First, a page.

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Full transcript of "Face the Nation" on January 27, 2019

1/27: Face the Nation
1/27: Mulvaney, Collins, Manchin 47:04

On this "Face the Nation" broadcast moderated by Margaret Brennan:

  • Acting White House Chief of Staff Mick Mulvaney (read more)
  • Sen. Susan Collins, R-Maine (read more)
  • Sen. Joe Manchin, D-W.Va. (read more)
  • Ramesh Ponnuru, Molly Ball, David Sanger, Shawna Thomas (watch)
  • Mayor Michael Passero and Mayor Dee Margo (watch)

Click here to browse more full transcripts of "Face the Nation."

MARGARET BRENNAN: It's Sunday, January 27th. I'm Margaret Brennan and this is FACE THE NATION.

PRESIDENT DONALD TRUMP: My fellow Americans, I am very proud to announce today that we have reached a deal.

MARGARET BRENNAN: But after the record thirty-five-day partial shutdown, President Trump's announcement was only partially good news. With just a three-week funding extension, the President's fight for his wall is far from over.

PRESIDENT DONALD TRUMP: If we don't get a fair deal from Congress, the government will either shut down on February 15th again, or I will use the powers afforded to me to address this emergency.

MARGARET BRENNAN: House Speaker Nancy Pelosi may have won this first round. Can she hold firm on the next?

NANCY PELOSI: I have been very clear on the wall.

MARGARET BRENNAN: We'll talk with acting White House chief of staff Mick Mulvaney. Plus, we'll hear from two moderate senators, Maine Republican Susan Collins and West Virginia Democrat Joe Manchin, on the prospects for border funding deal. And more fallout from the Mueller investigation as Trump associate Roger Stone is indicted. Charges against him outline incriminating details on how much Trump campaign officials knew about WikiLeaks' efforts to undermine Hillary Clinton.

We'll have plenty of analysis on all the news and look at the shutdown's economic impact in two key cities.

It's all ahead on FACE THE NATION.

Good morning and welcome to FACE THE NATION. We begin today with the President's acting chief of staff Mick Mulvaney. He joins us this morning from Charlotte, North Carolina. Welcome to FACE THE NATION.

MICK MULVANEY (Acting White House Chief of Staff/@MickMulvaneyOMB): Margaret, good morning. Thank you for having me.

MARGARET BRENNAN: Is the President really prepared to shut down the government again in three weeks?

MICK MULVANEY: Yeah. I think he actually is. Keep in mind he's willing to do whatever it takes to secure the border. He does take this very seriously. This is a serious humanitarian and security crisis. And as President of the United States he takes the security of the nation as his highest priority. He doesn't want to shut the government down. Let's make that very clear. He doesn't want to declare a national emergency. What he wants to do is fix this the way that things are supposed to get fixed with our government which is through legislation. One of the reasons he-- he agreed to open the government this week was to essentially take the Democrats at their word while their leadership have been telling us they were not interested in negotiating and they were sort of taking this do nothing and hope the President gives up approach. There were many, many Democrats, both rank and file and some lower levels of leadership, would come to us and say, look, we-- we happen to agree with you on border security--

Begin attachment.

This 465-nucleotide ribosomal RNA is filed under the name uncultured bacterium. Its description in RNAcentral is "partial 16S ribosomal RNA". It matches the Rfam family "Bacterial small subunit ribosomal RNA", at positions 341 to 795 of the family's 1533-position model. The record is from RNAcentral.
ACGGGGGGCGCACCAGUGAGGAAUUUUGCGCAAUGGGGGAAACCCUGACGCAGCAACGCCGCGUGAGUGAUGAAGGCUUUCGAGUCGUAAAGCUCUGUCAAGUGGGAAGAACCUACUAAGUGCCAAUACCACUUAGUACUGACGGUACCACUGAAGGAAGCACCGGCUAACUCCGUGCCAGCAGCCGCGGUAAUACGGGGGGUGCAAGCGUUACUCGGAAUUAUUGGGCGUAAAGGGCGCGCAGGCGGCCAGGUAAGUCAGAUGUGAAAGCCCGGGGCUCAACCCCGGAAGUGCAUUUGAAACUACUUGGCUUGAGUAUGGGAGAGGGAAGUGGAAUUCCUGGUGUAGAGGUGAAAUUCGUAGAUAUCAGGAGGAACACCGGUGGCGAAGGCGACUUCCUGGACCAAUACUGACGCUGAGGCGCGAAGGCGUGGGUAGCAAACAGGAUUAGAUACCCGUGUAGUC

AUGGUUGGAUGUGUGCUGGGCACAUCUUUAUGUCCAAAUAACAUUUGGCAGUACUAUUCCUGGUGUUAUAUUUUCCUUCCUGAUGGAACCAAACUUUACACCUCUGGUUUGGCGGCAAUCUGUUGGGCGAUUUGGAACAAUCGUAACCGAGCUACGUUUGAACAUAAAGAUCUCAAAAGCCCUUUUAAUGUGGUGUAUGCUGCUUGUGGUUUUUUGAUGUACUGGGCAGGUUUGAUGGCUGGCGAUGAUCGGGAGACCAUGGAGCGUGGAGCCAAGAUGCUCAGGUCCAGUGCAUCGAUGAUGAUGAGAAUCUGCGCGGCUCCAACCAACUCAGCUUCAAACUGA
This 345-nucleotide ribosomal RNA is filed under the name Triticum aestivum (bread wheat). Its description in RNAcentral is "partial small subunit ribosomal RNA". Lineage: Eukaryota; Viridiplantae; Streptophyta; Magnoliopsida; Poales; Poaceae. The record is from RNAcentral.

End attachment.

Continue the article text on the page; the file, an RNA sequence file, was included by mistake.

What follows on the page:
MARGARET BRENNAN: Which Democrats?

MICK MULVANEY: --some of them were even very public about it. Well, Dick Durbin publicly said that we'll have some walls in the future. Jim Clyburn, my former colleague from South Carolina, actually said that if you could convince him that the experts said we needed a border barrier he would vote for that. So there's many, many Democrats, dozens of them have come out over the last couple of weeks to say, you know what, this crisis is real. Let's figure out a way to do it properly but we can't do it with the government closed. I think with what you saw this week was the President take them at their word and say, okay, y'all have said you want to do this, I'll-- let's give it a shot and see over the next three weeks we can do this the right way and pass legislation to fund the government and secure the border.

MARGARET BRENNAN: I think there's some difference of opinion as to what constitutes a wall versus a barrier versus language in the past on fencing that may be what you're gesturing to there--


MARGARET BRENNAN: --with those Democrats. But-- but--

MICK MULVANEY: You make a great point-- well, you make a great point because that's really what a lot of this is. And that's silly. The President has already showed everybody what he wants to build. The exact example. It's not concrete. It's not two thousand miles long and we've got Democrats with hair on fire saying they'll never vote for a wall. But they voted for money to build that exact wall. In fact, something very similar is being built today.


MICK MULVANEY: They just voted for another two hundred and twenty odd million dollars for that same-- same thing two days ago. So we need to get beyond this fight about what's the wall and what's the fence and agree that some type of barrier on the border is necessary.

MARGARET BRENNAN: But why does the President think the outcome will be different in twenty-one days? I mean, Democrats remained largely unified. It was Republicans in the Senate who broke ranks.

MICK MULVANEY: Be-- because so many of us, and as I've mentioned before, so many of them had come to us and say, you know what, we think you might be right on this barrier thing but we-- we just cannot negotiate with you during a shutdown.


MICK MULVANEY: We don't like the fact that a President might use a shutdown as a negotiating tool so if you open the government up, we'll negotiate with you on good faith-- in good faith on a border barrier. Now's their chance to do that.